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Re: 'Restricted' data, an additional security mechanism for Perl.by pjf (Curate)
|on Feb 08, 2004 at 22:37 UTC||Need Help??|
If I have a credit-card number that I wish to process, then I don't want that being printed to the screen, to a log-file, saved to disk, and definitely not sent out in an e-mail.
Then don't do any of those things. There isn't any safeguard for programmer error. It happens all the time.
You're correct, there is no safeguard for programmer error, but it is possible to add mechanisms to make it more difficult for the programmer to make mistakes without taking steps to get around those mechanisms. Taint checks are a close anaology to the idea of restricted data. By requiring that you clean your data before using it, the programmer is required to give thought to that process. Even a good programmer will make mistakes at times, and taint checking helps avoid these. Even the use of strict and warnings won't stop programmer mistakes, but they go a long way to catch many of the common ones.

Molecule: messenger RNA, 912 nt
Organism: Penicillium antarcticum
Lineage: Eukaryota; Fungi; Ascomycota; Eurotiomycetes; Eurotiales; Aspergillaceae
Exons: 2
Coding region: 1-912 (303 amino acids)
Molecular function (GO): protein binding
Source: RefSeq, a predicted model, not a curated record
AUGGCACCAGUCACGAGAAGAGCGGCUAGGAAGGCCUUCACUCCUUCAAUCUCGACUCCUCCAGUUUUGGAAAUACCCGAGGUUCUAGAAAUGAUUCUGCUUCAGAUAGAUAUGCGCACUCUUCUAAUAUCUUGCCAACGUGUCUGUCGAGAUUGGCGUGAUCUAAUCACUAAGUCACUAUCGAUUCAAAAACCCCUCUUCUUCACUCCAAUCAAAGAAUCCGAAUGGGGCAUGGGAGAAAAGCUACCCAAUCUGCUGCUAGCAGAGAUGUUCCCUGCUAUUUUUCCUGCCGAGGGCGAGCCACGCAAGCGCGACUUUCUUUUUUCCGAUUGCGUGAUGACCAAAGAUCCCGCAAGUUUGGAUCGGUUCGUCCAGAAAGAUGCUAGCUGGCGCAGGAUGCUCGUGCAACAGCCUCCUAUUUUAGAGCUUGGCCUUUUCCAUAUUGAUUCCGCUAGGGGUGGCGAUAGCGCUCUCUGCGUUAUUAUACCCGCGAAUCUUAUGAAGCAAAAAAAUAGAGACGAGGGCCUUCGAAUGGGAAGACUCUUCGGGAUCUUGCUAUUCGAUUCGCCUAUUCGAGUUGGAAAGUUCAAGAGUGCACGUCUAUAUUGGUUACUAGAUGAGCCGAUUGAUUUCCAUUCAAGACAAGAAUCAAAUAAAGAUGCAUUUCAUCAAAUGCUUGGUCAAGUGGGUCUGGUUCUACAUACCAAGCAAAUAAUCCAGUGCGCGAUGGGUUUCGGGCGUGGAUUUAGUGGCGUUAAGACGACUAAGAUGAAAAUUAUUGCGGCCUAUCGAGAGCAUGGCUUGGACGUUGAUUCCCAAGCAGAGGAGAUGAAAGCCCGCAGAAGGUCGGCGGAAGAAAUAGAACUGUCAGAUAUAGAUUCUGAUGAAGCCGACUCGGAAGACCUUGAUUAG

The idea of restricted data is the same -- to provide a mechanism whereby programmers need to go to more effort in order to make a mistake. A very good real-world example of this is when something goes wrong and the program generates an error message. We don't want sensitive data in that message, even if the subroutine which generated the error was dealing with sensitive data at the time. It's not a trivial task for your (potentially third-party) subroutine to tell whether or not its arguments are sensitive.
As for a lot of security being provided by the operating system (mentioned in other responses), I quite agree, but the operating system is only part of a complete security solution. There's a long history of very secure machines running very insecure programs, and vice-versa. In the case of the proposed restricted data mechanism in Perl, we may be able to signal to the operating system that such data should be treated in a special way -- eg, by using secure (non-swappable) memory to avoid sensitive information being written to a swap file.
The comments that such a mechanism would incur a higher overhead are well founded, and not something I had previously given much thought. I imagine that the overhead would be similar to that incurred by turning on taint checks. One would hope that any implementation would give developers a choice as to the use of restricted data, in the same way that one has a choice as to whether or not taint checks should be used.
Many thanks to everyone for the feedback, it is very much appreciated.
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